Ask Bob: Perfecting practice in the shooting sports – Quality vs Quantity

I recently received an email from Tom, a trap shooter, with the following question:
Tom asks: During handicap I dropped 7 targets out of 50!  I had not dropped that many targets during any of my practice rounds.  I was devastated! Angry, frustrated and frankly confused.  I had been practicing well, lots of targets in the previous ten days, maybe 700 targets in total. Where was my head?
In the video below, I’ve broken down my answer to Tom’s question into two areas:
1) Practicing in the Zone, and,
2) Practicing specific drills and shots.

Here is the written version of my answer to Tom.

Bob responds: Great question Tom.   A lot of things could have happened to throw you off your game, from the shooters you were shooting with to a letdown in energy from what you had, or didn’t have, for breakfast or lunch–or simply exhaustion from the heat. I have a checklist process that usually (but not always) can come up with answer.   I’ll start with what “may” have been a contributor–practice.

Ensure that you are practicing in the Zone.  More targets in practice may not be better. I had one client increase his practice targets by about 200 each Saturday just because he had access to a range that day (and drove a long way to get there).  And his competition scores went down!   When he described how he practiced, it was clear he was doing quantity over quality.  So in practice you might do two things:  Wire up your Zone with the kind of adrenaline you might expect in a bar brawl (really!).  And then step into the post with that kind of adrenaline, and do it for every practice post.  Most people confuse calm as being adrenaline-free.  Rather, calm should be like a boat hitting its plane where adrenaline is wired to win (but consistent.)  With this type of quality practice, you can probably cut back on the number of targets you shoot and shoot quality over quantity.

Second, see if you can practice specific drills and shots on specific posts.  For most trap and skeet shooters, this is the hardest thing to do, as typically practice is done in groups and usually with rounds.  (It is a social thing.) I have a skeet shooter who has improved his game in three years to the point that he has now drawn a crowd every time he practices as they want to see what he has done different.  They won’t join him in practice because they want to practice shooting rounds, but they’ll watch and look for some silver bullet.  Aside from learning the Zone and being in it all the time, he practices the weaknesses in his game in practice (specific stations) and, as a result, his whole game improves.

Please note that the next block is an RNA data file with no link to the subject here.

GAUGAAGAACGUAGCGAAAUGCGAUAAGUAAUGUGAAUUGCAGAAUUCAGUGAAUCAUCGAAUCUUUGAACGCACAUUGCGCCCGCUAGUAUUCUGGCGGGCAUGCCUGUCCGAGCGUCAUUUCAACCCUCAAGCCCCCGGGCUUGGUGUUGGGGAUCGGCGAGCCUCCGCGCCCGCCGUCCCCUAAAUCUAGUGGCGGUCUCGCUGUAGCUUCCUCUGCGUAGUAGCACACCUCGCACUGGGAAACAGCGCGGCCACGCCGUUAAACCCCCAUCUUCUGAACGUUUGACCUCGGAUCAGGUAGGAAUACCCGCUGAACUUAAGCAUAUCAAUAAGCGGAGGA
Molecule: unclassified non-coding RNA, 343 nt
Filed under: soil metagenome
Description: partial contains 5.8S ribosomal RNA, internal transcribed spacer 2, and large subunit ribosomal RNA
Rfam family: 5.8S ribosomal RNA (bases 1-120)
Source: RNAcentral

Try practicing like this and see the difference it makes in competition.

And please give me your feedback!

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Ask Bob: How to build Zone concentration in the shooting sports

I frequently get questions from readers of my book, blog and monthly articles in Trap & Field and other magazines. Shooters are stymied by some component of their game and turn to me, aka ASK BOB, the “Ann Landers” of the shooting sports.
This month I received a question from Frank:
I have a lot of concentration problems but I feel like I may have changed my mount in the last week or so and I can’t seem to get back to where I was.  What should I do?
In the video below, I’ve broken down the answer into two areas:
1) How to prevent concentration losses generally, and,
2) The need to get new techniques working subconsciously before you step up to compete.

I’ve also provided this training tip in written format below:

Stopping Zone drift 

The solution may be twofold. First concentration problems may or may not be related to your new mount.  Sometimes shooters have what I call Zone drift where they lose the Zone incrementally from post to post, station to station. A good way to cure this is to visualize yourself smoking the target before you step into the post or station, every time. It will take about two seconds. Make sure you supercharge the visualization with the good feel of adrenaline as adrenaline is an alertness booster.

Stop thinking and get subconscious

Second, the lack of concentration may be caused by your new gun mount, as any new technique requires thinking.  And thinking leads to a struggle with focus as concentrating on the new technique takes you away from concentrating on the target.  All of your technique needs to be routine and subconsciously driven.  The solution here is to practice your new gun mount repeatedly at home and on the range until it feels smooth and non-thinking. You can have a friend or coach watch and give you feedback just to be sure. Once it feels fantastic and totally routine, without any thinking, you can take it into a competition and test it out.

So, Frank, apply a quick visualization technique as one solution to building concentration and ensure all new techniques are well-practiced before you take them to a competition. Both should do the trick to turn your game around.

Do you have  a high performance training question for Bob to help you in your shooting sport?

Please fill out the contact form below to have an opportunity to have Bob answer your question.

Why do we do well in practice but panic in competition?

Bob Palmer answers a trap shooter’s question about why we can shoot so well in practice but then panic and shoot poorly in competition.

Bob Palmer, SportExcel

Click here to find out more about our online training seminar to kickstart your training:

Own the Zone Series: Seminar One – ‘It starts with the Zone’

Wed., January 25, 2012  from 9:00 – 10:00 p.m. EST

* only $ 45.00 CAD/per person + applicable tax